Mice & Rats
First up is a study that demonstrates the hippocampal changes of calorie restriction and intermittent fasting for both male and female rats. In this study, they do alternate day fasting, which entails free eating on one day and a fast day on the next.
The study found that brain states while fasting were different for male and female rats. For male rats the change in hippocampus size, hippocampal gene expression, and ambulatory behavior was the same no matter what kind of restricted diet they were on – but for female rats, the degree of change in brain chemistry and in behavior was directly proportional to degree of calorie intake, demonstrating the unique sensitivity of female rats to the starvation response.
” The organization of the females’ response to the energy restricted diets is suggestive of some underlying mechanism that may allow for an organized, pre-programmed, response to enhance survival in times of food scarcity. Comparatively, the males’ genetic response was less specific, suggesting that the males respond to a general stressor but they seem to lack the ability to discriminate between a high energy and low energy stressor.”
Moreover, “IF down-regulated many gene pathways in males including those involved in protein degradation and apoptosis, but up-regulated many gene pathways in females including those involved in cellular energy metabolism (glycolysis, gluconeogenesis, pentose phosphate pathway, electron transport and PGC1-α), cell cycle regulation and protein deacetylation.” In this study, both male and female rats gained small amounts of weight on IF diets.
For female rats, even in the most innocuous form of restriction–intermittent fasting–significant physiological changes take place. Male rats do not experience as dramatic hippocampal and general brain chemistry change as female rats do, and their behaviors, specifically their cognition and their dirunal and nocturnal activity, do not change.
Female rats, on the other hand, “masculinize.” They stop ovulating and menstruating. They become hyper-alert, have better memories, and are more energetic during the periods in which they are supposed to be sleep. Theoretically, according to these researchers, this is an adaptive response to starvation. The more the female rats need calories– or at least the more their bodies detect a “starvation” state– the more they develop traits that will help them find food. They get smart, they get energetic, they get active, and they stop sleeping.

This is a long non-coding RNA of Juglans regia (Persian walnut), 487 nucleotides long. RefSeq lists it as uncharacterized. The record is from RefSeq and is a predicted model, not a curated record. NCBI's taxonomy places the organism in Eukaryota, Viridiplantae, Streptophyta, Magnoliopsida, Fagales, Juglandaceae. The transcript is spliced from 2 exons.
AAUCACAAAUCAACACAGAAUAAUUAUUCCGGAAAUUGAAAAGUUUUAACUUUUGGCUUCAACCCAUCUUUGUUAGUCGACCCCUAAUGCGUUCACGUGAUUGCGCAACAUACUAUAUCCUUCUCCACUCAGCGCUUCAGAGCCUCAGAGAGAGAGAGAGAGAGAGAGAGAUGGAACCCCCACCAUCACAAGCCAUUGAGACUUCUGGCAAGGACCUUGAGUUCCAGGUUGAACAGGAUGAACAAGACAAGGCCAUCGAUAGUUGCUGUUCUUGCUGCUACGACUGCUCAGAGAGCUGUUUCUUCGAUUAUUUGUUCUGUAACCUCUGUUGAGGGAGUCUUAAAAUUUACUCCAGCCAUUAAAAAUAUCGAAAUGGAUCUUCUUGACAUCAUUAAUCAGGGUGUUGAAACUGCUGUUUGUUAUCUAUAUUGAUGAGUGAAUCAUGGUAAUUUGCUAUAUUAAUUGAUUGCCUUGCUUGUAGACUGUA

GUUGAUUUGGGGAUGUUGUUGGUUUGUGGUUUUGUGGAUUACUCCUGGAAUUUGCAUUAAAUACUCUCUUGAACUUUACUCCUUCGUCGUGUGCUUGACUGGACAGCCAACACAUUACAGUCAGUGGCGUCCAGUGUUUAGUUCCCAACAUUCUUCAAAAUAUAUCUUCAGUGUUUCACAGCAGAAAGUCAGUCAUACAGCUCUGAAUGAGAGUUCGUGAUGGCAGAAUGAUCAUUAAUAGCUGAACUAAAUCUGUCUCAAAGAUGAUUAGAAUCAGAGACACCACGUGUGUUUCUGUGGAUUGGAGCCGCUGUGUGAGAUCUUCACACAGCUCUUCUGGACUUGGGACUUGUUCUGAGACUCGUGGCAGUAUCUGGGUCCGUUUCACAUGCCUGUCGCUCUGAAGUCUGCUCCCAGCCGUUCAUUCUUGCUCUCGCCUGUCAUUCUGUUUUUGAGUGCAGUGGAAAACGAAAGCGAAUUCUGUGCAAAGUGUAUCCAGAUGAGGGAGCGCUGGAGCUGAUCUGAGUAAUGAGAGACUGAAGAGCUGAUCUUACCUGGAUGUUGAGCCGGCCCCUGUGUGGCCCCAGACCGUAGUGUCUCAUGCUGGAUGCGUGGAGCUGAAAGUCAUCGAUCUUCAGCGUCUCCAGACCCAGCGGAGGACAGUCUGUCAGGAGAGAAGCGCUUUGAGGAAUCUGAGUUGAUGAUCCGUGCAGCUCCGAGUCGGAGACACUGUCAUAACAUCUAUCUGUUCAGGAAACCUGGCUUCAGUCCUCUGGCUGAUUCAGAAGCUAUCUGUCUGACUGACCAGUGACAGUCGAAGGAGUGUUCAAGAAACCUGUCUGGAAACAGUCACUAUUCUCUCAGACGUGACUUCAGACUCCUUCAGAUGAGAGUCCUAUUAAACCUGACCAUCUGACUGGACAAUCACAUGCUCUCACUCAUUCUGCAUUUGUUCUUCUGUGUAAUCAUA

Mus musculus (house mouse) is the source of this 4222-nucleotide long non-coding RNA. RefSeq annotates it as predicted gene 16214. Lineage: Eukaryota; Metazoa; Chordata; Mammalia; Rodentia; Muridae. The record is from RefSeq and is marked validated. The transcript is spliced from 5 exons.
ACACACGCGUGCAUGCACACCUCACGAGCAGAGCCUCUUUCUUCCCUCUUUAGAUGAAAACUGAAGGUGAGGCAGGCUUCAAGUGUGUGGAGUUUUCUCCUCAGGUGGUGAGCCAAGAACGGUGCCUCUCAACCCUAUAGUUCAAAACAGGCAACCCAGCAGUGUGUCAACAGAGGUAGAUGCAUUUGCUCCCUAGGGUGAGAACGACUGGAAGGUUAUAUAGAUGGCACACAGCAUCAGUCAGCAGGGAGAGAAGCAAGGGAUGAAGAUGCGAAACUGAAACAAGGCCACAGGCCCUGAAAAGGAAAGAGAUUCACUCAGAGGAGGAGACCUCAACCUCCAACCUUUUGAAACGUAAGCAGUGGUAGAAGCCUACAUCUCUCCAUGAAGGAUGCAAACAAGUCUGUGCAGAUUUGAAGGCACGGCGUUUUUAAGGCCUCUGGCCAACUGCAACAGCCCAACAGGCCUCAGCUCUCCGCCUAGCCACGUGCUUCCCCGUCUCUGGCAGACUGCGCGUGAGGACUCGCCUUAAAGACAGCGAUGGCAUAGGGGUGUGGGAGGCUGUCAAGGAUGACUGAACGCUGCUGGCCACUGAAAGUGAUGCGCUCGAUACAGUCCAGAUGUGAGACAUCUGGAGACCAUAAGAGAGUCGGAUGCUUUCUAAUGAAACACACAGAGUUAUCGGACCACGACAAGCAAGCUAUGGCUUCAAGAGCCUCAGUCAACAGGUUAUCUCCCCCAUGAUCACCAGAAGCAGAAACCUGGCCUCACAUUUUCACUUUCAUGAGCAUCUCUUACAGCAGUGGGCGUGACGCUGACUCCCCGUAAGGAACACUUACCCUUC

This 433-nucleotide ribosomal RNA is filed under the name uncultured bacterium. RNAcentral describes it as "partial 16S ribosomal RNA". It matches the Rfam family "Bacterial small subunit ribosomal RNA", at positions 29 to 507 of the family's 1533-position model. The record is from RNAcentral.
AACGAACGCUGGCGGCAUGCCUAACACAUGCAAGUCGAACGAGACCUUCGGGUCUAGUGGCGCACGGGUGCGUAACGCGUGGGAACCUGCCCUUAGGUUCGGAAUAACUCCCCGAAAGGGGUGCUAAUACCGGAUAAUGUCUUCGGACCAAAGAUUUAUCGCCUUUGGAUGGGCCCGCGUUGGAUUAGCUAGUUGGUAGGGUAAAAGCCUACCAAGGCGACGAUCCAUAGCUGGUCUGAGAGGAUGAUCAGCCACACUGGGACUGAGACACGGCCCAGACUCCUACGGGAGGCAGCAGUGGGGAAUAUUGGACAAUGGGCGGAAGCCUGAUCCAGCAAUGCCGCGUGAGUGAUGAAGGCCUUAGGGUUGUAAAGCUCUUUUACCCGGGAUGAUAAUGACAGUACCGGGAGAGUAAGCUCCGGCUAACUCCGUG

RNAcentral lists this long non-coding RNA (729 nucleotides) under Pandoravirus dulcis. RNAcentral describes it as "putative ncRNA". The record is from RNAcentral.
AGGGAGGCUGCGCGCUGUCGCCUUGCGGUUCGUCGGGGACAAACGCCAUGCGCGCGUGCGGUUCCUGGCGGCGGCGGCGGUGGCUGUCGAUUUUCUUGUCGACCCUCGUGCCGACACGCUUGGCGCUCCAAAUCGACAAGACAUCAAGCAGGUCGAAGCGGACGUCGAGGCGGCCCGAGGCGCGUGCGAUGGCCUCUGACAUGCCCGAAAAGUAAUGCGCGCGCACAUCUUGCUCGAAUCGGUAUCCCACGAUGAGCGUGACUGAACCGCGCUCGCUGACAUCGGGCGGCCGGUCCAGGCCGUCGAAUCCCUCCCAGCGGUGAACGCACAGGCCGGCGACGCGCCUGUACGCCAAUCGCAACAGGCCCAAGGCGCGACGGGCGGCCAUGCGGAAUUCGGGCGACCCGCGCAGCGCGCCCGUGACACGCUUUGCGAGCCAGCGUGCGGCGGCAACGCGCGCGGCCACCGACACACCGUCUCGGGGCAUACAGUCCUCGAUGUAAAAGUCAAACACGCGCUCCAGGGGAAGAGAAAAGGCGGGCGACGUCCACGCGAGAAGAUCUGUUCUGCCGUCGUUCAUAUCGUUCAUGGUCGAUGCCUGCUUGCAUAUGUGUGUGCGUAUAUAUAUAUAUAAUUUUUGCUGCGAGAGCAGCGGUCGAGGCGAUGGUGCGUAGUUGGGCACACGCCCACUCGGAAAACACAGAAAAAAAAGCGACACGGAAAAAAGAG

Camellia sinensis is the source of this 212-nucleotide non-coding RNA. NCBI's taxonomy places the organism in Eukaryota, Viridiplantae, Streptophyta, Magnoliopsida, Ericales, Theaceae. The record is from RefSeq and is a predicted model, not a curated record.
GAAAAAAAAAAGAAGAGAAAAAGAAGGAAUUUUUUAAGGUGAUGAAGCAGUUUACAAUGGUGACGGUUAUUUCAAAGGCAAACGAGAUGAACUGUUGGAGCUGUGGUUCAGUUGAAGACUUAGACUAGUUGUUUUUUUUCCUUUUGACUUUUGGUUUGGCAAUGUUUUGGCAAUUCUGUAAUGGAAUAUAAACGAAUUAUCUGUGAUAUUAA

In a follow-up study conducted by the same researchers who explored the masculinzation of female rats, the researchers analyzed the gonadal transcription of male and female rats subjected to IF regimes.
This study found that male reproductivity up-regulates in response to metabolic stress. Female reproductivity down-regulates.
Completely opposite to the female rats becoming infertile while fasting, male rats become more fertile. In the researchers’ own words: “our data show that at the level of gonadal gene responses, the male rats on the IF regime adapt to their environment in a manner that is expected to increase the probability of eventual fertilization of females that the males predict are likely to be sub-fertile due to their perception of a food deficient environment.”
In the final relevant IF rat study I could find, researchers subjected rats to the same diets– to 20 and 40 percent Calorie-Restricted (CR) diets, as well as to alternate-day fasting diets, and monitored them over the long term for hormonal responses. The results were striking. Below is the abstract in full because it’s so powerful: